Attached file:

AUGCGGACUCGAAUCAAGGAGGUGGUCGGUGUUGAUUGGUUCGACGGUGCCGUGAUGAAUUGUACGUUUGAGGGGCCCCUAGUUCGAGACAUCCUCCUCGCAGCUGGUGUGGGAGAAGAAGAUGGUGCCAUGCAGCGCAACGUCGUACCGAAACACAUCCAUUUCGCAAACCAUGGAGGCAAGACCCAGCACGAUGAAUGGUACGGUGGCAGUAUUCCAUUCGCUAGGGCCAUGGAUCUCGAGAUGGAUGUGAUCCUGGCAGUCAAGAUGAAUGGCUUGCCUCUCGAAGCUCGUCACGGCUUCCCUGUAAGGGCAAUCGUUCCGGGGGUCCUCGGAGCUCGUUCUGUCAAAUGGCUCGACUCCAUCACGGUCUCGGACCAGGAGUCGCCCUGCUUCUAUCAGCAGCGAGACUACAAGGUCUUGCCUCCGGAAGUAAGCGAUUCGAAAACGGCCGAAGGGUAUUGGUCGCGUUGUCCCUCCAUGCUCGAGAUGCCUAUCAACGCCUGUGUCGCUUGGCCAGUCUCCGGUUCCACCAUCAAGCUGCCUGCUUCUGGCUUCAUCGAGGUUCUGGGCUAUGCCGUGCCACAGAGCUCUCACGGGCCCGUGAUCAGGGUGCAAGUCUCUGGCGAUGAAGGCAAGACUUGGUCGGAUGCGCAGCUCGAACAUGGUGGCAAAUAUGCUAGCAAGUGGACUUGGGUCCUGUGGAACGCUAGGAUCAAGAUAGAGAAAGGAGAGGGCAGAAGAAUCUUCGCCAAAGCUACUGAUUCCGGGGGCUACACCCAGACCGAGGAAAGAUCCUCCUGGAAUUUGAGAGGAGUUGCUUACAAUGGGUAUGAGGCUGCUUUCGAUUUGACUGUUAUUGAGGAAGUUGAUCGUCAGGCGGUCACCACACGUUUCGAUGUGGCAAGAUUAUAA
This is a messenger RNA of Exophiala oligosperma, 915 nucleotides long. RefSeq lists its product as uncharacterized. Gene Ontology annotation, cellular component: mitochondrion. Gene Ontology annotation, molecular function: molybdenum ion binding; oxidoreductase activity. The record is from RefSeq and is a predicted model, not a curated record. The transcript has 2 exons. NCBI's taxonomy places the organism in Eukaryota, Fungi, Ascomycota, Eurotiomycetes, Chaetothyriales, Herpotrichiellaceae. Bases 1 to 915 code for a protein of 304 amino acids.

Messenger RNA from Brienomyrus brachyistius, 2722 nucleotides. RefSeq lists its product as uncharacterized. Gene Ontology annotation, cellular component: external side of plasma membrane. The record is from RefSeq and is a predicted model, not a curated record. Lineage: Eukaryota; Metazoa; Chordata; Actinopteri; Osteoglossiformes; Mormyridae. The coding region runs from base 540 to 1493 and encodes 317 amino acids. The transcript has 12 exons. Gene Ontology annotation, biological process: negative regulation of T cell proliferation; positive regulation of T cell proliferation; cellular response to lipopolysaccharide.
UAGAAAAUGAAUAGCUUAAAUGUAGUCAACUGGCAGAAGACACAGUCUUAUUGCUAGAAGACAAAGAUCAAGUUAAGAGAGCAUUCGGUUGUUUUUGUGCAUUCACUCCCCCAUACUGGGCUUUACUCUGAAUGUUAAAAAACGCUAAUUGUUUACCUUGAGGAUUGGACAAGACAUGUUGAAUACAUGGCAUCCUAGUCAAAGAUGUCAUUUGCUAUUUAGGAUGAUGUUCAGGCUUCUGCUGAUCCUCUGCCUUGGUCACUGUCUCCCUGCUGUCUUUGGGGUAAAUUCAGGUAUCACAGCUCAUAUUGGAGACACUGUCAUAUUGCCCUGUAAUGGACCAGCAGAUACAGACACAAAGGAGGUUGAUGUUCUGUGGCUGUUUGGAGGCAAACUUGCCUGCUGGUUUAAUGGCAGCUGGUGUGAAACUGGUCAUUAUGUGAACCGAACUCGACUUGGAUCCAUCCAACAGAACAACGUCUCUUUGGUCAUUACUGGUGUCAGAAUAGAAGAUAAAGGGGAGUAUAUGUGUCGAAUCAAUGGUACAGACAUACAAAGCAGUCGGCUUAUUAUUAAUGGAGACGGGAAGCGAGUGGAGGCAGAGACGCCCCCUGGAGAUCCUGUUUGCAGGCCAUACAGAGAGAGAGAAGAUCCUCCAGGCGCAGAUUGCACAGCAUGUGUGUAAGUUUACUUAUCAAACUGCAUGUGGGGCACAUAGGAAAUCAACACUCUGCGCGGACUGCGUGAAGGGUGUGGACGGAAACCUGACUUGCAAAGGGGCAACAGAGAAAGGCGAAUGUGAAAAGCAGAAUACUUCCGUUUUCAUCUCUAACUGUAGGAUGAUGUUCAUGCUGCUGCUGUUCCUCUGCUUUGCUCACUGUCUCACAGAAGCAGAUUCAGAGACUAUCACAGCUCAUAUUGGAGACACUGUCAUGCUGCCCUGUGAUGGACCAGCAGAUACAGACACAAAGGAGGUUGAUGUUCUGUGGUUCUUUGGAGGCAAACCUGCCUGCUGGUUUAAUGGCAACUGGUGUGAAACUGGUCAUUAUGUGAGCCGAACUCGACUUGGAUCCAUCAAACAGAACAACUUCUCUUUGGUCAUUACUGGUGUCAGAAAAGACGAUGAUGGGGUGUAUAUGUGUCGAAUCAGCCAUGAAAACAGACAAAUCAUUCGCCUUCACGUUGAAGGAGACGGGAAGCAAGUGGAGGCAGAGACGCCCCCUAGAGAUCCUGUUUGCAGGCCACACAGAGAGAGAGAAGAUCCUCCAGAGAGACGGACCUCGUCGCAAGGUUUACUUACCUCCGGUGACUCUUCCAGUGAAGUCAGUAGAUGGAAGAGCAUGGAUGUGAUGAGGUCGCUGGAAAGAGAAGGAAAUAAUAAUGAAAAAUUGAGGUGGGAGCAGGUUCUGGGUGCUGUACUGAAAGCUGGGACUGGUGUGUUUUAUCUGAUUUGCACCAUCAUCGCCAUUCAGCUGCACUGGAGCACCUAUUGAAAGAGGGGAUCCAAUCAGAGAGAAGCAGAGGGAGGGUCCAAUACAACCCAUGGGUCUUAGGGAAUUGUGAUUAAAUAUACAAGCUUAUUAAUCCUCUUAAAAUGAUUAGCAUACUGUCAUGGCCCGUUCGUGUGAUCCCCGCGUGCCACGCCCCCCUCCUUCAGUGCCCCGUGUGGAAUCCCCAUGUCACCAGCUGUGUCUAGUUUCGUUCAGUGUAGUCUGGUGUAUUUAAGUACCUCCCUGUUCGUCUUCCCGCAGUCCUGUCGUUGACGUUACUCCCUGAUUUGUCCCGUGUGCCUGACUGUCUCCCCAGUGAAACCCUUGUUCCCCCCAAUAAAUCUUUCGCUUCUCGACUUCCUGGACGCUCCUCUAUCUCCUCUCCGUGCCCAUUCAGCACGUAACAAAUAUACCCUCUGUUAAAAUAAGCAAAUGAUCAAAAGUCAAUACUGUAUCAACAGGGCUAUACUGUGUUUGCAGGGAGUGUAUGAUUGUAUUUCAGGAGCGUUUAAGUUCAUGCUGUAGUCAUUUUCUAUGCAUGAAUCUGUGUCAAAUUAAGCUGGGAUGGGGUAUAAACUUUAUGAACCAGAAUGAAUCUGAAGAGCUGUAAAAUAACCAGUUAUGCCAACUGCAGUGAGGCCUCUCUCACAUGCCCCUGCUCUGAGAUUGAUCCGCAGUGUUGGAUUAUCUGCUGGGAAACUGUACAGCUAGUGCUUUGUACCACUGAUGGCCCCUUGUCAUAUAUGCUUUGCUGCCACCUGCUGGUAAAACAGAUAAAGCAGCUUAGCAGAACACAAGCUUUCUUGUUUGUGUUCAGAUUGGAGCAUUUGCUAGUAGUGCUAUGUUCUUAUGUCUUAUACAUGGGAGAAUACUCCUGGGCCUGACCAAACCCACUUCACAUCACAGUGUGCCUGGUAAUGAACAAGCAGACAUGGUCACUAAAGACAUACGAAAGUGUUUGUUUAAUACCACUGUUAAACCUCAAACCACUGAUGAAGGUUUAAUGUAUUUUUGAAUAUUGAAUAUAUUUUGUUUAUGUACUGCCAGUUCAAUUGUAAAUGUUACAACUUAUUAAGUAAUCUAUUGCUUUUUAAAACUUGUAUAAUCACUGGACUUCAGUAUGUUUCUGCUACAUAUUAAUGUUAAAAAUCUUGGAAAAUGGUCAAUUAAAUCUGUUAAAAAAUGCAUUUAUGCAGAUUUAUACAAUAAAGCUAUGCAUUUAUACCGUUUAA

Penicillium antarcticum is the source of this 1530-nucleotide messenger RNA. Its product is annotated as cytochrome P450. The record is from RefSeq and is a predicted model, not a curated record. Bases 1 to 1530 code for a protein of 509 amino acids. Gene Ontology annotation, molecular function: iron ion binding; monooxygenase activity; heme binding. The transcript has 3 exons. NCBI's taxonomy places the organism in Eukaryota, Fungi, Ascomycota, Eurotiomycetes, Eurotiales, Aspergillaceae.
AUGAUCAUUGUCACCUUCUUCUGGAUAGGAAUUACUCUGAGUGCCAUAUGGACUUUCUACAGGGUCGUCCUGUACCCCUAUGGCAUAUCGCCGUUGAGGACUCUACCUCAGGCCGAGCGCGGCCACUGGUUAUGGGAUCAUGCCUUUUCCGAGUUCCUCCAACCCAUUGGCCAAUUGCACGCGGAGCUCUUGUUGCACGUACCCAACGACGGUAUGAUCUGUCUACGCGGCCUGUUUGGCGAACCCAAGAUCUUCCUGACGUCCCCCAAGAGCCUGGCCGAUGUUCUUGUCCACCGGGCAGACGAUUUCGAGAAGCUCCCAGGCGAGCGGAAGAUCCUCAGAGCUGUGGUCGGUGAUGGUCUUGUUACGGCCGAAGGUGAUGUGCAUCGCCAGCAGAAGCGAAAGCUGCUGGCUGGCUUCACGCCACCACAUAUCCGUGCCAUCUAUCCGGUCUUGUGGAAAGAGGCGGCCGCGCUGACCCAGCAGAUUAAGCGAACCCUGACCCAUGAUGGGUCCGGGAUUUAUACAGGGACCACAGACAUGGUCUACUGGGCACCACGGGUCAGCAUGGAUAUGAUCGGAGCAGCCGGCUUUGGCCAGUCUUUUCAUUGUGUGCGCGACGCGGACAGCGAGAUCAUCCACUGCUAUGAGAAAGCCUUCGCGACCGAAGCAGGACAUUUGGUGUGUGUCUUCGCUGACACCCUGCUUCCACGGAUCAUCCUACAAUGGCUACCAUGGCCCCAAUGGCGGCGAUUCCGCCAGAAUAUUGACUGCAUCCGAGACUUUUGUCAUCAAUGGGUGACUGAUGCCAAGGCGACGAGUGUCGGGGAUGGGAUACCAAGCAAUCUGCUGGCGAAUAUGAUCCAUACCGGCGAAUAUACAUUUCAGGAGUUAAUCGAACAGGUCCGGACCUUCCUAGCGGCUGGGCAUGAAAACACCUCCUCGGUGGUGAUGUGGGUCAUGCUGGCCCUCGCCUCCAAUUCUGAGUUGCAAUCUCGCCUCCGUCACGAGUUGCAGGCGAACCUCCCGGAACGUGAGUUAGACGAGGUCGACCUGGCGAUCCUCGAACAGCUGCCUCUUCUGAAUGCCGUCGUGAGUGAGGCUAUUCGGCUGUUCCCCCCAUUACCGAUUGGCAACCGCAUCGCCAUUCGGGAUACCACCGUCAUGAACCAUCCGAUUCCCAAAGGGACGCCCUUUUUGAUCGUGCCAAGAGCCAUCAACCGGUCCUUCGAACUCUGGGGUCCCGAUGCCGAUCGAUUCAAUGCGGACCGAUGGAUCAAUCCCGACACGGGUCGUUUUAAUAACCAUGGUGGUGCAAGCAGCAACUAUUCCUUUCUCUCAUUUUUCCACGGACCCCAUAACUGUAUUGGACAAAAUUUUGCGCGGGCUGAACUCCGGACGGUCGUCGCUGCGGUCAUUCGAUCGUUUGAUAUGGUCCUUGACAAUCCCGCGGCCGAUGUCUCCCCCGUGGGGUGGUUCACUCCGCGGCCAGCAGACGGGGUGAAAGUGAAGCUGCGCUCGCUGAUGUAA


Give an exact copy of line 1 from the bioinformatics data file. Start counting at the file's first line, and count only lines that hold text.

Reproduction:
AUGCGGACUCGAAUCAAGGAGGUGGUCGGUGUUGAUUGGUUCGACGGUGCCGUGAUGAAUUGUACGUUUGAGGGGCCCCUAGUUCGAGACAUCCUCCUCGCAGCUGGUGUGGGAGAAGAAGAUGGUGCCAUGCAGCGCAACGUCGUACCGAAACACAUCCAUUUCGCAAACCAUGGAGGCAAGACCCAGCACGAUGAAUGGUACGGUGGCAGUAUUCCAUUCGCUAGGGCCAUGGAUCUCGAGAUGGAUGUGAUCCUGGCAGUCAAGAUGAAUGGCUUGCCUCUCGAAGCUCGUCACGGCUUCCCUGUAAGGGCAAUCGUUCCGGGGGUCCUCGGAGCUCGUUCUGUCAAAUGGCUCGACUCCAUCACGGUCUCGGACCAGGAGUCGCCCUGCUUCUAUCAGCAGCGAGACUACAAGGUCUUGCCUCCGGAAGUAAGCGAUUCGAAAACGGCCGAAGGGUAUUGGUCGCGUUGUCCCUCCAUGCUCGAGAUGCCUAUCAACGCCUGUGUCGCUUGGCCAGUCUCCGGUUCCACCAUCAAGCUGCCUGCUUCUGGCUUCAUCGAGGUUCUGGGCUAUGCCGUGCCACAGAGCUCUCACGGGCCCGUGAUCAGGGUGCAAGUCUCUGGCGAUGAAGGCAAGACUUGGUCGGAUGCGCAGCUCGAACAUGGUGGCAAAUAUGCUAGCAAGUGGACUUGGGUCCUGUGGAACGCUAGGAUCAAGAUAGAGAAAGGAGAGGGCAGAAGAAUCUUCGCCAAAGCUACUGAUUCCGGGGGCUACACCCAGACCGAGGAAAGAUCCUCCUGGAAUUUGAGAGGAGUUGCUUACAAUGGGUAUGAGGCUGCUUUCGAUUUGACUGUUAUUGAGGAAGUUGAUCGUCAGGCGGUCACCACACGUUUCGAUGUGGCAAGAUUAUAA